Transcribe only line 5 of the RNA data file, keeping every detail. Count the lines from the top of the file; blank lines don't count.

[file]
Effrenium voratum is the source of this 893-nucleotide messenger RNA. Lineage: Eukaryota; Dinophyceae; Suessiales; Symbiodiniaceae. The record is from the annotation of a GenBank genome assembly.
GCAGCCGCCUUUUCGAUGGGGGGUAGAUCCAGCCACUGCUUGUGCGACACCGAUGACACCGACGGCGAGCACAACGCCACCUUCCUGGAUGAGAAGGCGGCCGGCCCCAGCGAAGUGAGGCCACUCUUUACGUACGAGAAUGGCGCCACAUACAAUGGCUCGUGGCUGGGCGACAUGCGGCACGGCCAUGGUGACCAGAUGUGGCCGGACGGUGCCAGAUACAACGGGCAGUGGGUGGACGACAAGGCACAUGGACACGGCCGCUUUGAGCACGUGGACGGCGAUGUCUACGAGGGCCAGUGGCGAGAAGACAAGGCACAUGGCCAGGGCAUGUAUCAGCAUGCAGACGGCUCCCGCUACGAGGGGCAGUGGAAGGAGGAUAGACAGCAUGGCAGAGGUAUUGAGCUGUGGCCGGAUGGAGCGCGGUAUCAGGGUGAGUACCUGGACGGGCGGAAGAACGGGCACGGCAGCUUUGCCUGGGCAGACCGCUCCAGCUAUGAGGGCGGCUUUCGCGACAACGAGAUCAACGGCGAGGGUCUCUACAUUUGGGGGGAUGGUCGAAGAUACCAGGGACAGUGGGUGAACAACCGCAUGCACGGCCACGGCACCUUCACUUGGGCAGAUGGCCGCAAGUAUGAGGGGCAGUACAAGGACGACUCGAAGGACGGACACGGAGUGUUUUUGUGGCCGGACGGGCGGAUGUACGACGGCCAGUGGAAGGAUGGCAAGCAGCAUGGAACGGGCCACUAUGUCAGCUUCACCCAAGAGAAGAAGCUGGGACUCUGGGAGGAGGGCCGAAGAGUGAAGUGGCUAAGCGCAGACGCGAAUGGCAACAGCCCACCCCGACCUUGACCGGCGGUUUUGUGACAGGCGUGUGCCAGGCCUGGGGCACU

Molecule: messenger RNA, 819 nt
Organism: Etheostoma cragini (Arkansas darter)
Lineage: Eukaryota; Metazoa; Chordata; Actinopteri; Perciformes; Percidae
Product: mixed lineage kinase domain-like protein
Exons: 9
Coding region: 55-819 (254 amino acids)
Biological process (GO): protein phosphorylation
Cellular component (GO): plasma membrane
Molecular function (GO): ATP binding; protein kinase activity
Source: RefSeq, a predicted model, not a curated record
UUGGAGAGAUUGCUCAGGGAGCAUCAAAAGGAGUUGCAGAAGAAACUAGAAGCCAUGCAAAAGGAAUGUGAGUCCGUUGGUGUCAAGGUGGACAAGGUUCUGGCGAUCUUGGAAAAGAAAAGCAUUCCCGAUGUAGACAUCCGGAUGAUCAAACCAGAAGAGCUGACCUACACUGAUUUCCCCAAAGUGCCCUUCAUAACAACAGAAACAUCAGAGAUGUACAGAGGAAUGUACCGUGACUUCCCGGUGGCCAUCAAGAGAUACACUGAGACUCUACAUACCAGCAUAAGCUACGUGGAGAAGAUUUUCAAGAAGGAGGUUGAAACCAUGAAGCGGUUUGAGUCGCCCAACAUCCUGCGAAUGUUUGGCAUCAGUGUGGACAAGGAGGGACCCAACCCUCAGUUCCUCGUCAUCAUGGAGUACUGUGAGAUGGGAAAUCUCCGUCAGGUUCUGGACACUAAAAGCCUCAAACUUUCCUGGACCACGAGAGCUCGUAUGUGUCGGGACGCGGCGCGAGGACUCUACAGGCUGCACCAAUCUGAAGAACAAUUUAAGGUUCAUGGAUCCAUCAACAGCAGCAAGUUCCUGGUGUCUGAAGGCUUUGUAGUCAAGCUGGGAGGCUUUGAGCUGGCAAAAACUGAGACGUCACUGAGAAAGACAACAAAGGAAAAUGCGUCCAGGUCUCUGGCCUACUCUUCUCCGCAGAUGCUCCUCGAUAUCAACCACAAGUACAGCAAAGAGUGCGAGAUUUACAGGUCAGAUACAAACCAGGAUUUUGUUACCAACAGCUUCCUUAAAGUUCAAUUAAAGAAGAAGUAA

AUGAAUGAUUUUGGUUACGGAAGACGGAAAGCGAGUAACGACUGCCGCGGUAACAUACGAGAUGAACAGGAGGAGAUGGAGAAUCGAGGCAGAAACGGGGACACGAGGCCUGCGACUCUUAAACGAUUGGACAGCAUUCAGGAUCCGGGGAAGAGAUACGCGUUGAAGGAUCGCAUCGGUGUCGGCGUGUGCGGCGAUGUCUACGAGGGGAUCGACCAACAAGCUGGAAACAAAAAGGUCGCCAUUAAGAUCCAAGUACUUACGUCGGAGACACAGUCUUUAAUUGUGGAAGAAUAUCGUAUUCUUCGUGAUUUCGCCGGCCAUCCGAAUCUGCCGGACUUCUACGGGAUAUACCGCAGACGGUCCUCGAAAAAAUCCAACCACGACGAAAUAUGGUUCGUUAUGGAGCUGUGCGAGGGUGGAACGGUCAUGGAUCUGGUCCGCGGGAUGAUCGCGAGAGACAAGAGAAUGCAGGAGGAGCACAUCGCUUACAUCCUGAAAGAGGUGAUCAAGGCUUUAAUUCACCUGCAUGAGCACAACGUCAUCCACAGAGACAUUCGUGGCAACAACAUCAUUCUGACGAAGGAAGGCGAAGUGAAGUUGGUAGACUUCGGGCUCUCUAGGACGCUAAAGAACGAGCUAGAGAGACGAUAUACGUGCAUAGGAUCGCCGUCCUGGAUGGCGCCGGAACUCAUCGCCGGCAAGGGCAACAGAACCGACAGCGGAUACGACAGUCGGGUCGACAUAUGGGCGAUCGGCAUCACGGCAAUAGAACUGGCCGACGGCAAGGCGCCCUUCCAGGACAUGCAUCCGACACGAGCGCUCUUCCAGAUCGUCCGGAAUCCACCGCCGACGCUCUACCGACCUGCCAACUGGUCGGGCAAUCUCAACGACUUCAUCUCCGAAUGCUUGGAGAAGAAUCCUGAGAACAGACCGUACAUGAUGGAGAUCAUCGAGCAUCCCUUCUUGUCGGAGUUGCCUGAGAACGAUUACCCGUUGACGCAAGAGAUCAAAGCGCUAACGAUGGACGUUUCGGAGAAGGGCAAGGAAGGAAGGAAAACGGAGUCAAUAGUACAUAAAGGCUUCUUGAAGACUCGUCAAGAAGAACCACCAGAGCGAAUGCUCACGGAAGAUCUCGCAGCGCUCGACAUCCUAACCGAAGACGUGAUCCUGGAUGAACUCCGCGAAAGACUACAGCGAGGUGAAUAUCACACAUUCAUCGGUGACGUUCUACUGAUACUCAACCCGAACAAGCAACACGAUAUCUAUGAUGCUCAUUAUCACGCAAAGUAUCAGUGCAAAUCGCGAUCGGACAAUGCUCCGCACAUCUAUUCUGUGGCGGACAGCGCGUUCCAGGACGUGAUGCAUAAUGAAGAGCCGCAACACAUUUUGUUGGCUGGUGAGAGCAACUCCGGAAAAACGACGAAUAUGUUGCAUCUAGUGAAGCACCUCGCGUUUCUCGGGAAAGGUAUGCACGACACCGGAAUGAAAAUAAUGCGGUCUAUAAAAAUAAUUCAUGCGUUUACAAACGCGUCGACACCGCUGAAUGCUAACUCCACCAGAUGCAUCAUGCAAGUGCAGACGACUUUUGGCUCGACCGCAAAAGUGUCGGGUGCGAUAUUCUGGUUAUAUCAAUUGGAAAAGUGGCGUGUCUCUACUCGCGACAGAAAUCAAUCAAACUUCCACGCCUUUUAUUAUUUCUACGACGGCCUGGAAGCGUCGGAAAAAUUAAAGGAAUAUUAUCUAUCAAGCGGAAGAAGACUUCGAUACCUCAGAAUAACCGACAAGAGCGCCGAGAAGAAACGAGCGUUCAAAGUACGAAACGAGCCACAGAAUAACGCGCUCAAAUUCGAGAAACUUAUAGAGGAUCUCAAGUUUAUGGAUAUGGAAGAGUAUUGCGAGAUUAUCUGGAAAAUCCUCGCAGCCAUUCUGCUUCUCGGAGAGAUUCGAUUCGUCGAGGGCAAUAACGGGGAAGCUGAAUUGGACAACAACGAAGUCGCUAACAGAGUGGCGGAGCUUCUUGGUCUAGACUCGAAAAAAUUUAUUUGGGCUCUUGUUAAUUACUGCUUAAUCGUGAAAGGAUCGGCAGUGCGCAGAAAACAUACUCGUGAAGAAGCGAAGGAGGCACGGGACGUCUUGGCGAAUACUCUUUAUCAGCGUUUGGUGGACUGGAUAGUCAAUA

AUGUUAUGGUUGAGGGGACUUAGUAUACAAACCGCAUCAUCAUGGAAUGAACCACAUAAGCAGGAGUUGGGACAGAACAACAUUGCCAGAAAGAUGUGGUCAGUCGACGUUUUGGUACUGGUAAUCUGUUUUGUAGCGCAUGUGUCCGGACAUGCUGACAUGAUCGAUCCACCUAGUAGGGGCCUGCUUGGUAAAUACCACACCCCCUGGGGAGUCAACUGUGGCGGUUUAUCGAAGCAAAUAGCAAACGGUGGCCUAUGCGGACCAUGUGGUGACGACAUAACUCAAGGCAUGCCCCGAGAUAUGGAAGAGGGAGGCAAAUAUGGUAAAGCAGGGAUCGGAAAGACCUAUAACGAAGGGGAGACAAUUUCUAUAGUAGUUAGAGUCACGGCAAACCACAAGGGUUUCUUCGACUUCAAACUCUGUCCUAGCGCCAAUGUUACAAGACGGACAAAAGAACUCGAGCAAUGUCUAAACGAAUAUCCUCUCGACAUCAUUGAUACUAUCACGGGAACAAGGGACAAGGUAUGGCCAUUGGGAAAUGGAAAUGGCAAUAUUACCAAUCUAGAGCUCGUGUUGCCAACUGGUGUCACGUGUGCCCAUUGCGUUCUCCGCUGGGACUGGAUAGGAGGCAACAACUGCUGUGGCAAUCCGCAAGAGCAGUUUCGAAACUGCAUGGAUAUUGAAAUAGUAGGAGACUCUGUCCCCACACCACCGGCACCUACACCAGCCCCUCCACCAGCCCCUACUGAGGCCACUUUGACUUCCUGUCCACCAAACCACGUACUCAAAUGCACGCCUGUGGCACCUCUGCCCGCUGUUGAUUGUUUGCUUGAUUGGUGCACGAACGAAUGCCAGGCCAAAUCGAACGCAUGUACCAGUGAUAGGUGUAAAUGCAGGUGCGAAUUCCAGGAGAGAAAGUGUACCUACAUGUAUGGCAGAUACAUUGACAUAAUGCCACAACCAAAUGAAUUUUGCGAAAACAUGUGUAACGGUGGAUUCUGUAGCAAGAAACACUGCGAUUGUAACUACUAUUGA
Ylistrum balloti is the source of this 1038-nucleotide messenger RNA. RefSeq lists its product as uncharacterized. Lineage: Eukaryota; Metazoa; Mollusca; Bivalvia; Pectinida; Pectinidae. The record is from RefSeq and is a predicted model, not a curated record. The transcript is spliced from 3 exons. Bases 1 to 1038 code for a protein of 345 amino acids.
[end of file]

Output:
Lineage: Eukaryota; Metazoa; Chordata; Actinopteri; Perciformes; Percidae